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Back in February, there was uproar in the Dáil and in the media about the revelation that, as the Times’s Ireland edition memorably put it in a headline, the “Government ‘paid for good news stories’ over Ireland 2040 plan”. But why was anyone surprised?
Almost all news organisations in Ireland run “good-news stories” paid for by advertisers. And the government, which is the largest advertiser in the country by some measures, routinely buys them to spread its messages – about Ireland 2040, healthy living, self-employment, and more.
It’s not just Ireland, either. Advertisers regularly pay for good-news stories to run in media around the world. Look at the UK last week: “George Osborne’s London Evening Standard sells its editorial independence to Uber, Google and others – for £3 million,” wrote Open Democracy UK.
In print and online media, these advertisements are usually made to look like news articles, and are variously called “native advertising“, “advertorials”, “partnerships”, and other euphemisms. Some are clearly labelled as ads, some are vaguely labelled, and some are not labelled at all and look just like news articles.
The extent of the government’s use of such paid-for “articles” to spread its messages about Ireland 2040 and other policies was made clear in dozens of emails and other documents released late last month, under the Freedom of Information Act.
The documents also include scripts for radio spots that the government paid to have run on stations around the country, giving its view of how Project Ireland 2040 would affect each area.
However, in an email chain about these, the managing director of the company that the government had hired to arrange them cautioned: “We do not want ads, nor are we legally able to have ads on radio […]”. More on that later.
The SCU and Ireland 2040
Back in mid-February, the government launched its Ireland 2040 national development plan with great fanfare. Taoiseach Leo Varadkar’s Strategic Communications Unit was behind this launch.
“The SCU was tasked by the Government with developing a major national communications plan for Project 2040,” according to Secretary General to the Irish Government Martin Fraser’s review of the SCU.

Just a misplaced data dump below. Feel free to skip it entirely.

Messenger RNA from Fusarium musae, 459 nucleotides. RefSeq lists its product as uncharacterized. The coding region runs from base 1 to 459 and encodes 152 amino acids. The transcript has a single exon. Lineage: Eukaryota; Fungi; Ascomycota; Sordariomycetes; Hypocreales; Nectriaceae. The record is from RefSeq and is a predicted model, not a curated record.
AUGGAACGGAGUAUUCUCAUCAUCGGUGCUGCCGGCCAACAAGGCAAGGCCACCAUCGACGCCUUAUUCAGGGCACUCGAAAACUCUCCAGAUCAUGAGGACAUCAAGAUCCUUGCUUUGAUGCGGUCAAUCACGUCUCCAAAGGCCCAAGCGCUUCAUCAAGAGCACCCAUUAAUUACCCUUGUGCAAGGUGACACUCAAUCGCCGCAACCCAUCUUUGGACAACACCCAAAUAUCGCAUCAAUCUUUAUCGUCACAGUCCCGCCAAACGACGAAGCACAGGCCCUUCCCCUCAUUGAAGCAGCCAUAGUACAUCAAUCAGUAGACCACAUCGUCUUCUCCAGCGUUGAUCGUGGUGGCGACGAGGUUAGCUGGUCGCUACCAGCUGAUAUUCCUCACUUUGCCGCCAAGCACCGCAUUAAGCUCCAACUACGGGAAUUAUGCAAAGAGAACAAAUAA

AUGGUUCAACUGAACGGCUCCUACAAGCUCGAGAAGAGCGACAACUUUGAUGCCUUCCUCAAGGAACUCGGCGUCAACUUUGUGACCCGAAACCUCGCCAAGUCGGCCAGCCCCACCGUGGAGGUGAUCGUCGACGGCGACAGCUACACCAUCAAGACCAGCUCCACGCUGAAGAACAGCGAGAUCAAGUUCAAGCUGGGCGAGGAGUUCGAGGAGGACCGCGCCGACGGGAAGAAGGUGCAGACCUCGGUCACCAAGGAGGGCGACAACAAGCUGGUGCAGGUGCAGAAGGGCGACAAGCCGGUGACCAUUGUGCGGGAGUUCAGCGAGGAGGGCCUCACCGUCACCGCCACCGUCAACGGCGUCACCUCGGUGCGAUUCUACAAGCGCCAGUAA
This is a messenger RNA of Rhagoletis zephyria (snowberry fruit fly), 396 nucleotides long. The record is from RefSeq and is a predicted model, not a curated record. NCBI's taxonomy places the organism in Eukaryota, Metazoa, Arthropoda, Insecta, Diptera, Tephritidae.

“This included a national launch, regional events, written material, audio-visual content, advertising, media partnerships and paid advertorials. The amount allocated to this from within the SCU budget was €1.5m (although not all of that has been spent),” the report says.
The SCU worked with a company called PHD Media, which then contracted media groups Independent News Media (INM) and Mediaforce. Among them, these organisations arranged advertising on everything from Facebook to the RTÉ Player, Twitter to regional newspapers, cinema screens to radio stations.
The SCU produced media packs explaining the government’s view of Ireland 2040, and highlighting for local media what projects it contained for their regions. PHD passed this on through INM and Mediaforce to specific media organisations, and they created the advertisements.
The contract that PHD entered into with INM says it was to “cover in depth Ireland 2040”, according to extracts appended to a 26 March report by Elizabeth Canavan, of the Department of the Taoiseach. “Using its network of national and local titles, INM will explain the contents of the plan and its impact on real people’s lives in an editorial partnership.”
Amusingly, the contract follows this up by saying, “Editorial independence will be maintained at all times.” What exactly do the people who wrote this contract think “editorial independence” is?
When the biggest advertiser in the country, which is also the government, pays you to write about their latest plan or policy, and sends you a briefing on how to go about it, you do not have editorial independence.
Peter McGuire, identifying himself as a journalist with the Irish Times, emailed PHD Ireland Managing Director Jason Nebenzahl on 16 February, explaining that he’d been asked to do “an overview piece on the Irish National Development Plan – this is commissioned as a commercial report through the Taoiseach’s office”.